Today I will discuss a stage-based approach to the rehabilitation of tendon pain. We will break down the process into four stages, which reflect the framework discussed by Jill Cook in her research. Let’s remember that first, we must identify and remove the triggering load in order to reduce pain in the acute phase.  


Stage One 

The goal is to reduce the patient’s pain level, which will allow them to start engaging in the rehab process. Then, we start focusing on strength gains to increase their load-bearing capacity. In stage one, isometric exercise is a good beginning but we must assess the patient’s response. If the pain does not decrease over the first few days or weeks, we need to double-check our differential diagnosis. At this stage, we should always try to stay away from compressive loads in order to reduce pain quickly. We will start with heavy loads (weight) and slow movements, if any.  Remember, heavy weights and isometrics or slow movement do NOT represent “Heavy Tendon Loads” but they are “Heavy Muscular Loads”. The starting load will be determined by the patient’s capacity (desk job vs. athlete). A simple prescription target is to get our patient to complete five reps of an exercise for a 45s hold. We will adjust the load as needed if it is too easy or too hard for the patient as well as assess their 24-hour response. If the response is positive, we will progress the load slowly as we grow through stage 1. If the response is negative, we should repeat the process with a lesser load. 


Note: Research is showing us that reducing the time under tension is not the best way to achieve the goals of stage one. Therefore, adjusting the load or weight the patient is sustaining is a  better option than reducing the time of the hold.  

Stage Two

In stage two, the goal is to continue building load-bearing capacity while slowly introducing compressive loads. We should be intentional about isolating our work to the muscles and tendons involved. This will allow for greater adaptations compared to a multi-joint movement approach.  At this stage, we start to introduce isotonic exercises with slow and controlled movements through concentric and eccentric contractions. All of these are safe for the tendon as speed is not yet part of the equation. In turn, we will start adding compressive loads as we put the patient through greater ranges of motion. At this stage, utilizing a metronome to guide the tempo may be a way to help the athlete focus on each rep while triggering the motor cortex. Always check your 24-hour response! 


Stage Three 

The main goal in this stage is to start introducing speed of movement in order to raise the demand on the tendon. As we start to add tensile load (spring-like tendon action), it is important to make sure we do so very progressively to avoid overloading and going back to stage one. The session should only start two days per week and progress to three days per week with one to two days between sessions in order to give us time to assess the 24-hour response, which will be measured through increased pain, soreness or stiffness. We will start on two legs while progressing forces and rep count, then move to a single leg while progressing forces and rep count. Start with absorbing force, then move to producing force. In other words, start with the eccentric load capacity, then move to the concentric load capacity. For example, a beginner exercise to bias absorbing forces can be to be up our toes and drop into a squat position. On the other hand, biasing force production would be the other way around; start in a squat position, then push into an up-tall position on the toes. It is important to remember that in between these loading days, the patient should continue with a  thorough strength maintenance program as we keep on progressing.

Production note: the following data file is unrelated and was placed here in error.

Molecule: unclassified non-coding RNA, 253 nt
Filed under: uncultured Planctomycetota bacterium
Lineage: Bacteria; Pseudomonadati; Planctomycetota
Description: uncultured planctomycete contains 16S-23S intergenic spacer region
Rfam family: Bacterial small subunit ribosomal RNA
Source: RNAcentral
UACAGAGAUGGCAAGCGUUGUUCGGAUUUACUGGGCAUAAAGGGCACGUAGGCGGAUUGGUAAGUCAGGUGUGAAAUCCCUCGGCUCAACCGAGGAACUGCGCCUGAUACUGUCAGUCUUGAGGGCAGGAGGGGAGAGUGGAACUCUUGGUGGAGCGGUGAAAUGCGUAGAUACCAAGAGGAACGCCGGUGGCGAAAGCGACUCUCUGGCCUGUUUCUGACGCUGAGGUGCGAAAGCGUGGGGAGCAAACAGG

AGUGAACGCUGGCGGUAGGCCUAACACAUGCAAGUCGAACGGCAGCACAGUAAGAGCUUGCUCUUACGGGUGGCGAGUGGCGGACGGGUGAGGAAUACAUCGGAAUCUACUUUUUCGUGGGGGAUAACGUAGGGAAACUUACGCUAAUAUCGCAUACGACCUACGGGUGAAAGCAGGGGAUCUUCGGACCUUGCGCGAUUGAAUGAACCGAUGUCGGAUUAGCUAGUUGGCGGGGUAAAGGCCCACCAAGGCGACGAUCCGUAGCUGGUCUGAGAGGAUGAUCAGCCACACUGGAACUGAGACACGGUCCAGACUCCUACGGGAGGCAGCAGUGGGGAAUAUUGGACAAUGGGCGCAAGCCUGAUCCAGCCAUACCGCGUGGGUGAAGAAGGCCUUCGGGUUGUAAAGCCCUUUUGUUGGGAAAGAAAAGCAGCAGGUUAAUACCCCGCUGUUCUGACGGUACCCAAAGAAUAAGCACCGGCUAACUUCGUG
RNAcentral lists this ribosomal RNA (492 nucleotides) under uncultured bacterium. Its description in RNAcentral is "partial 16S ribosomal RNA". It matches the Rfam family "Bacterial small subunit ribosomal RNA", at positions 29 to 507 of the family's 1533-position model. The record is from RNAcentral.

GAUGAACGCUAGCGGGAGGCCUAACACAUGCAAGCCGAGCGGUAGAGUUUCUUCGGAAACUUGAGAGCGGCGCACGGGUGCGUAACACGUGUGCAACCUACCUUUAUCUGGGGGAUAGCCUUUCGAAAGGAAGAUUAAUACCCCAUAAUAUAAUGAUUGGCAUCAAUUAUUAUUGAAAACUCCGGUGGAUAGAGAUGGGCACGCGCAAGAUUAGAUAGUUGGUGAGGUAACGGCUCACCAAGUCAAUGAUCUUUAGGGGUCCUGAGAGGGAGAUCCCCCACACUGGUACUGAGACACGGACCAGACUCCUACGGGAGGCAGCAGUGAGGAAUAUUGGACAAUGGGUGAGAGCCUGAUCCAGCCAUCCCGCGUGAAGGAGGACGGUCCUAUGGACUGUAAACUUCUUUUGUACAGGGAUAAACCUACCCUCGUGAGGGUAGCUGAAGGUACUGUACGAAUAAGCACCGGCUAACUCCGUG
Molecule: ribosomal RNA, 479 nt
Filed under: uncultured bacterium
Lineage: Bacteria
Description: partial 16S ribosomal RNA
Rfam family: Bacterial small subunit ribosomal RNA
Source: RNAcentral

Stage Four

As we enter stage four, we will start to individualize the prescribed activities as they relate to our patient’s goals. For an athlete, we may start to implement running, jumping and cutting in a  multi-plane fashion. As they progress through that, we may start introducing them back to their sport while managing their training loads as they build a tolerance to the team training environment. This return-to-training process should be a staged approach as well. Similarly to stage three, start with two to three days per week with at least 1 day between sessions to assess the 24-hour response. The patient will also continue with a maintenance strengthening program through this progressive return to play.  


Be sure to continue reading in part four, in which I discuss Achilles and patella tendon programming. 


* Information from this blog series was drawn from the Barça Innovation Hub Course – Lower Limb Tendinopathy merged with my personal experience on tendinopathy Return To Play.